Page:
Yvonne Roberts: This childish spat raises a vital issue

Share

Gina Ford, "the Queen of Routine", the so called childcare guru and author of The Contented Little Baby, is definitely not a happy bunny. She boasts that as a maternity nurse she has cared for 300 babies in 20 countries. Perhaps because she has spent so much time with infants whose conversation is restricted to burps, farts, sobs and chuckles, she's not had the need to consider the principles attached to the right to freedom of speech. Now's the time she should.

Lawyers for Ms Ford have written to the internet provider of a website called Mumsnet demanding it be closed down for "publishing defamatory statements". Mumsnet provides advice for 60,000 mothers. Members using names such as "gothicmama" take part in a discussion forum, sending anonymous postings. Some of them - tut! tut! - have been extremely rude about Ms Ford, claiming she is unhygenic, cruel and a nursery terrorist. Ms Ford has said she is astonished and hurt by the criticism. "I know what I write is controversial but what surprises me is the vitriolic and personal attacks that people make," she says, clearly not as clued up on the current price of fame as she is on colic.

Justine Roberts, who set up the advice forum with two other mothers six years ago, says Mumsnet has received up to 20 legal letters and e-mails from Ms Ford's lawyers, demanding that derogatory statements be removed and requesting damages. She has tried and failed to satisfy Ms Ford's escalating requests. Members have been ordered not to mention Ms Ford or her methods, "a bit like barring discussion of Manchester United from a football phone-in".

Gina is big business; a Goliath in the nappy world. She earns a fortune telling mothers how to boss their babies into docile submission. Mumsnet, in contrast, struggles for survival and, as a result of Ford's efforts, may now go bust. The internet provider has refused Ms Ford's request, saying, "You would not shut down the BBC because you disagreed with one story." But, her lawyers are unflagging.

A storm in a feeding cup this may seem, but it touches on an issue that matters to us all. It raises the question of whether the present law of libel and defamation is too tough when it comes to the non-commercial side of the internet in which people blog and chat in a cyber-conversation. Does it impose too much of a restriction on a method of communication that - for all its errors and sometimes poisonous fabrications - also brings facts and information that, at best, has the power to revolutionise thoughts and actions?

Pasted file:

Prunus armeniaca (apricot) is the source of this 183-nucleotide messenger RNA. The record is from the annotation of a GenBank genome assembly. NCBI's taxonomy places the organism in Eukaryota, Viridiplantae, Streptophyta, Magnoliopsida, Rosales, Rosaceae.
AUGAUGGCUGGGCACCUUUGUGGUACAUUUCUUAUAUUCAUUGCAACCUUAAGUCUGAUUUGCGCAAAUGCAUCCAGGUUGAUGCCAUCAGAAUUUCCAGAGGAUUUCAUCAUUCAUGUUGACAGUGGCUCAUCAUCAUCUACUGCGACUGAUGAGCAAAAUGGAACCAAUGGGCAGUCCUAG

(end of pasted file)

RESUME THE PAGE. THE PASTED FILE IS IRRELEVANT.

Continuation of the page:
Under the law of libel, damage to reputation and, therefore, loss of earnings is assumed in what's written or published. The law of slander requires that loss of earnings be proved. It would be healthier for democracy if only the law of slander were applied to websites such as Mumsnet that give its members a voice.

Aussies do it better

Macca offers £10m. Heather is allegedly in pursuit of £200m - presumably calculating that's an awful lot of land mines cleared. Both have now hired lawyers charging £500 an hour.

Welcome to a divorce guaranteed to run longer than Coronation Street - to the detriment of their two-year-old, Beatrice.

What two warring people need least is the legal profession. Last month, Australia introduced a system of family law that recognises the damage lawyers can do: a couple sit in a room with two negotiators, two counsellors and a magistrate, until a deal is done. The result of this in pilot schemes has been reduced animosity and more money left over.

What McCartney and Mills need most isn't high-profile legal teams, it's three months of non-communication to cool down - and a shot of common sense.

* Illiteracy may be an issue but alliteration rules OK in Deborah and Christopher Haine's home. Both, aged 41, elected to call their children, Shlaine and Caine. What they neglected to do - is send them to school.

Magistrates were told the Haines, pictured, had shown "complete disregard" towards Shlaine's school attendance. Aged 14, she and her 12-year-old brother appear rarely in class.

Now, the Haines have been locked up for four months - possibly much to the delight of Shlaine whom, if she is like many teenagers, will say she can't stand the sight of them anyway.